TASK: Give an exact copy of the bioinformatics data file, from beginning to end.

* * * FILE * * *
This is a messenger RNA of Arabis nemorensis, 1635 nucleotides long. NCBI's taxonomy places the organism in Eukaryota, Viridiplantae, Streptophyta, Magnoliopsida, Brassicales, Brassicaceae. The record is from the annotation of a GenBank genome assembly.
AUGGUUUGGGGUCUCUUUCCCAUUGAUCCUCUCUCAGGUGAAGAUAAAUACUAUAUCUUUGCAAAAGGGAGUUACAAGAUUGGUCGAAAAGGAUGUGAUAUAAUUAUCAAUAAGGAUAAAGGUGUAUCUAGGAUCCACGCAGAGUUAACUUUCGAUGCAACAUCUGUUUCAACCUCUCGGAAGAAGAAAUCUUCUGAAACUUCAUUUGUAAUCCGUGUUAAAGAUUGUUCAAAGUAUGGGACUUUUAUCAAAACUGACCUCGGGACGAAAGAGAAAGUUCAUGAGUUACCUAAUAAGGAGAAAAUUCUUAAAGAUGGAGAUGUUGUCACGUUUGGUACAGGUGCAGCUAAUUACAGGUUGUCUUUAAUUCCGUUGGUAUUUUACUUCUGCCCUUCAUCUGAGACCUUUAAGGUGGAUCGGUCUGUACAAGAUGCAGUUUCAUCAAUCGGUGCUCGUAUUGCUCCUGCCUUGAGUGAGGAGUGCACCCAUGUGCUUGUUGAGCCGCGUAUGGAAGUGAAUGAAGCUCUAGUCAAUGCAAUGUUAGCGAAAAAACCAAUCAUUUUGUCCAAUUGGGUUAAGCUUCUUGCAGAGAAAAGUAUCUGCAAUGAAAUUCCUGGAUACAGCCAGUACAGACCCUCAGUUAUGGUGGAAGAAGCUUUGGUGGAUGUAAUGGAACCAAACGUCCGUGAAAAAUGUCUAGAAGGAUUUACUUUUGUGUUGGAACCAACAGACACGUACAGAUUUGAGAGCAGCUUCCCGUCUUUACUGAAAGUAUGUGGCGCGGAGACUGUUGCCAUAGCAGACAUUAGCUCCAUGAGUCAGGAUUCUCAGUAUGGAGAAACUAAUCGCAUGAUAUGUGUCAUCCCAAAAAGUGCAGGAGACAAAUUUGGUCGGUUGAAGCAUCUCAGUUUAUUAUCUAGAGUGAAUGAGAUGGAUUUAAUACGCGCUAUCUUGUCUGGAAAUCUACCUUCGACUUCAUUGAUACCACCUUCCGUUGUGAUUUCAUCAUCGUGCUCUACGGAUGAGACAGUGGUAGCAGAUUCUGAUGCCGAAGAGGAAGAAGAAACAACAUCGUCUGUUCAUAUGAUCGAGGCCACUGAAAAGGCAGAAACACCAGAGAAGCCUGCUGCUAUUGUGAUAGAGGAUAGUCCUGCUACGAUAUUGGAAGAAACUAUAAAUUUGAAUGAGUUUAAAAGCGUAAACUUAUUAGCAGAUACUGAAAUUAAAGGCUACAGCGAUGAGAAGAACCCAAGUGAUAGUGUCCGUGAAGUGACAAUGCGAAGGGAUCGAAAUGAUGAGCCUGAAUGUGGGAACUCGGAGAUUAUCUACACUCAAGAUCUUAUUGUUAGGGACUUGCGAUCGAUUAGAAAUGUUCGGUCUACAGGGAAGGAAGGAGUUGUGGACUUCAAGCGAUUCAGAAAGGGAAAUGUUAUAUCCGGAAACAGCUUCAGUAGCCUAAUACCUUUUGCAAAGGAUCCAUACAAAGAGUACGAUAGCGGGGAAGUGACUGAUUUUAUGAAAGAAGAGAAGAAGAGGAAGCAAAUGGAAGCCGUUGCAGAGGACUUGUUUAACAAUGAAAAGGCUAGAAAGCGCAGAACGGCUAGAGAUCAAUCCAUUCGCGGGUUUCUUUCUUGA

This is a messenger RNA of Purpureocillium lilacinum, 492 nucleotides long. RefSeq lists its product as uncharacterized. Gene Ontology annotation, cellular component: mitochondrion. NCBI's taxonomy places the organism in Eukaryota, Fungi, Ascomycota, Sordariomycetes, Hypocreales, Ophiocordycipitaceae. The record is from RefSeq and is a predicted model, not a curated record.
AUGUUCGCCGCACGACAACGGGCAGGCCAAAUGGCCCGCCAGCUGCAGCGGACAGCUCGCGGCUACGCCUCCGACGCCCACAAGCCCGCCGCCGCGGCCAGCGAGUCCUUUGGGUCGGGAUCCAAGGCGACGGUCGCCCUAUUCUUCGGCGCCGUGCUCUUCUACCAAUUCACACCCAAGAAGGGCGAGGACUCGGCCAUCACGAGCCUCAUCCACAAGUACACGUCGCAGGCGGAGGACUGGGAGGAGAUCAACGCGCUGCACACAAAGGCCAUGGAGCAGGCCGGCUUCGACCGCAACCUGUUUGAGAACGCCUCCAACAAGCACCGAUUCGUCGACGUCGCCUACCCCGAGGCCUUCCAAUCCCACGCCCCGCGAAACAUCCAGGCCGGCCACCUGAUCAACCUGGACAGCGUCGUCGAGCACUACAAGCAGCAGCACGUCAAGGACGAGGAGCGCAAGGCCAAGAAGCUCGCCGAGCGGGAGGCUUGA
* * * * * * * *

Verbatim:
This is a messenger RNA of Arabis nemorensis, 1635 nucleotides long. NCBI's taxonomy places the organism in Eukaryota, Viridiplantae, Streptophyta, Magnoliopsida, Brassicales, Brassicaceae. The record is from the annotation of a GenBank genome assembly.
AUGGUUUGGGGUCUCUUUCCCAUUGAUCCUCUCUCAGGUGAAGAUAAAUACUAUAUCUUUGCAAAAGGGAGUUACAAGAUUGGUCGAAAAGGAUGUGAUAUAAUUAUCAAUAAGGAUAAAGGUGUAUCUAGGAUCCACGCAGAGUUAACUUUCGAUGCAACAUCUGUUUCAACCUCUCGGAAGAAGAAAUCUUCUGAAACUUCAUUUGUAAUCCGUGUUAAAGAUUGUUCAAAGUAUGGGACUUUUAUCAAAACUGACCUCGGGACGAAAGAGAAAGUUCAUGAGUUACCUAAUAAGGAGAAAAUUCUUAAAGAUGGAGAUGUUGUCACGUUUGGUACAGGUGCAGCUAAUUACAGGUUGUCUUUAAUUCCGUUGGUAUUUUACUUCUGCCCUUCAUCUGAGACCUUUAAGGUGGAUCGGUCUGUACAAGAUGCAGUUUCAUCAAUCGGUGCUCGUAUUGCUCCUGCCUUGAGUGAGGAGUGCACCCAUGUGCUUGUUGAGCCGCGUAUGGAAGUGAAUGAAGCUCUAGUCAAUGCAAUGUUAGCGAAAAAACCAAUCAUUUUGUCCAAUUGGGUUAAGCUUCUUGCAGAGAAAAGUAUCUGCAAUGAAAUUCCUGGAUACAGCCAGUACAGACCCUCAGUUAUGGUGGAAGAAGCUUUGGUGGAUGUAAUGGAACCAAACGUCCGUGAAAAAUGUCUAGAAGGAUUUACUUUUGUGUUGGAACCAACAGACACGUACAGAUUUGAGAGCAGCUUCCCGUCUUUACUGAAAGUAUGUGGCGCGGAGACUGUUGCCAUAGCAGACAUUAGCUCCAUGAGUCAGGAUUCUCAGUAUGGAGAAACUAAUCGCAUGAUAUGUGUCAUCCCAAAAAGUGCAGGAGACAAAUUUGGUCGGUUGAAGCAUCUCAGUUUAUUAUCUAGAGUGAAUGAGAUGGAUUUAAUACGCGCUAUCUUGUCUGGAAAUCUACCUUCGACUUCAUUGAUACCACCUUCCGUUGUGAUUUCAUCAUCGUGCUCUACGGAUGAGACAGUGGUAGCAGAUUCUGAUGCCGAAGAGGAAGAAGAAACAACAUCGUCUGUUCAUAUGAUCGAGGCCACUGAAAAGGCAGAAACACCAGAGAAGCCUGCUGCUAUUGUGAUAGAGGAUAGUCCUGCUACGAUAUUGGAAGAAACUAUAAAUUUGAAUGAGUUUAAAAGCGUAAACUUAUUAGCAGAUACUGAAAUUAAAGGCUACAGCGAUGAGAAGAACCCAAGUGAUAGUGUCCGUGAAGUGACAAUGCGAAGGGAUCGAAAUGAUGAGCCUGAAUGUGGGAACUCGGAGAUUAUCUACACUCAAGAUCUUAUUGUUAGGGACUUGCGAUCGAUUAGAAAUGUUCGGUCUACAGGGAAGGAAGGAGUUGUGGACUUCAAGCGAUUCAGAAAGGGAAAUGUUAUAUCCGGAAACAGCUUCAGUAGCCUAAUACCUUUUGCAAAGGAUCCAUACAAAGAGUACGAUAGCGGGGAAGUGACUGAUUUUAUGAAAGAAGAGAAGAAGAGGAAGCAAAUGGAAGCCGUUGCAGAGGACUUGUUUAACAAUGAAAAGGCUAGAAAGCGCAGAACGGCUAGAGAUCAAUCCAUUCGCGGGUUUCUUUCUUGA

This is a messenger RNA of Purpureocillium lilacinum, 492 nucleotides long. RefSeq lists its product as uncharacterized. Gene Ontology annotation, cellular component: mitochondrion. NCBI's taxonomy places the organism in Eukaryota, Fungi, Ascomycota, Sordariomycetes, Hypocreales, Ophiocordycipitaceae. The record is from RefSeq and is a predicted model, not a curated record.
AUGUUCGCCGCACGACAACGGGCAGGCCAAAUGGCCCGCCAGCUGCAGCGGACAGCUCGCGGCUACGCCUCCGACGCCCACAAGCCCGCCGCCGCGGCCAGCGAGUCCUUUGGGUCGGGAUCCAAGGCGACGGUCGCCCUAUUCUUCGGCGCCGUGCUCUUCUACCAAUUCACACCCAAGAAGGGCGAGGACUCGGCCAUCACGAGCCUCAUCCACAAGUACACGUCGCAGGCGGAGGACUGGGAGGAGAUCAACGCGCUGCACACAAAGGCCAUGGAGCAGGCCGGCUUCGACCGCAACCUGUUUGAGAACGCCUCCAACAAGCACCGAUUCGUCGACGUCGCCUACCCCGAGGCCUUCCAAUCCCACGCCCCGCGAAACAUCCAGGCCGGCCACCUGAUCAACCUGGACAGCGUCGUCGAGCACUACAAGCAGCAGCACGUCAAGGACGAGGAGCGCAAGGCCAAGAAGCUCGCCGAGCGGGAGGCUUGA